Toledo’s very own Balance Pan-Asian Grille has started up its own hydroponic garden which is an exciting new step for the whole community.
Hydroponic garden systems are a new way of growing plants using a water-based nutrient solution instead of soil. This system is a great way for businesses to grow their own food in-house, which not only cuts transportation costs but also supports other local businesses and farms. Consumers are also able to eat food that is fresher than ever before as it was grown close to home.
Although the new garden is a large step for Balance Grille into becoming a more environmentally conscious business, this is not the only step they have taken.
“We do a lot on sustainability on the restaurant side, too,” Prakash Karamchandani, co-founder of Balance Grille, said. “We tried composting, we have water conservation efforts and obviously locally sourcing, but this is truly as close to sustainable as we can get,”
He explained that even though Ohio is seen as an agricultural state, there is not an abundance of locally grown crops due to the short growing season. The restaurant wants to continue supporting farms in the area and buys product locally in season but they also want to become more sustainable year-round.
Enter the indoor hydroponic garden.
This new system does not produce all of the items on the Balance Grille menu, but it is certainly a step in the right direction for not only this restaurant, but many others. All the way from Cleveland to Detroit, stores were buying food from the coast that they are now able to buy from this Toledo farm. This saves the restaurants money while it also decreases the amount of miles the food has to travel. Therefore, less preservatives need to go into the food so the food is fresher.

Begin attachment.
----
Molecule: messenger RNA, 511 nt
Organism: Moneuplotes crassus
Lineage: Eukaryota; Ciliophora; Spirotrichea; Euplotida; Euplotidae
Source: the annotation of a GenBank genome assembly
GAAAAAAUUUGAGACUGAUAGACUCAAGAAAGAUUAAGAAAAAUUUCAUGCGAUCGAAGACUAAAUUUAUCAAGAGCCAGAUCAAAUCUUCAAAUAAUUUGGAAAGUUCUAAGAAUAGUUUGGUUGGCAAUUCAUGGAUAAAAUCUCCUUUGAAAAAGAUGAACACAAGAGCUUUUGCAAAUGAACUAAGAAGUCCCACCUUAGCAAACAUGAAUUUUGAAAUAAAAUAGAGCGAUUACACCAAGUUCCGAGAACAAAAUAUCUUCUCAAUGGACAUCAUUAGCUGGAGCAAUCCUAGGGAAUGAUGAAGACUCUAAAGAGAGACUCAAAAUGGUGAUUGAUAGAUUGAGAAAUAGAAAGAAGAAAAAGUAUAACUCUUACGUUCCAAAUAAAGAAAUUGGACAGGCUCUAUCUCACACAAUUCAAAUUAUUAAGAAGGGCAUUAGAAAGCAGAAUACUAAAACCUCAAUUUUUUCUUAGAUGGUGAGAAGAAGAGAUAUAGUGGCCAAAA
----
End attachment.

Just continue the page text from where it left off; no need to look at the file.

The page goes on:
Hydroponic farms don’t use soil so where do the nutrients for these plants come from? It actually comes from fish raised in-house. With the fish waste, fertilizer can be obtained and is used to grow the plants.
The plants themselves are actually undergoing a new flood and drain system which involves the occasional draining and flooding of nutrient solutions. This change in systems is due to the higher demand for Balance Grille’s microgreens. Plants such as onion, basil and cilantro are grown.
The farm also uses the process of continuous harvest, which means that it is pumping out the same quantity of product for each interval of time. This creates a sustainable system that can be relied upon.
“We engineered all these systems; we built them from things we got at Menards and Home Depot,” Karamchandani said, after explaining how this farm was no easy feat but was slowly built up to what it is today.
For customers of Balance Pan-Asian Grille that want to know whether this hydroponic farm was just a trial run or whether there are plans for it to continue: the hydroponic farm has no plans of going away anytime soon and will expand as the restaurant itself grows. The farm is now sustainable and is able to help out restaurants in Ohio and Michigan with its locally grown products. Slowly but surely, sustainability is stretching across the restaurant industry with innovations like this one.
For more information, visit balancegrille.com.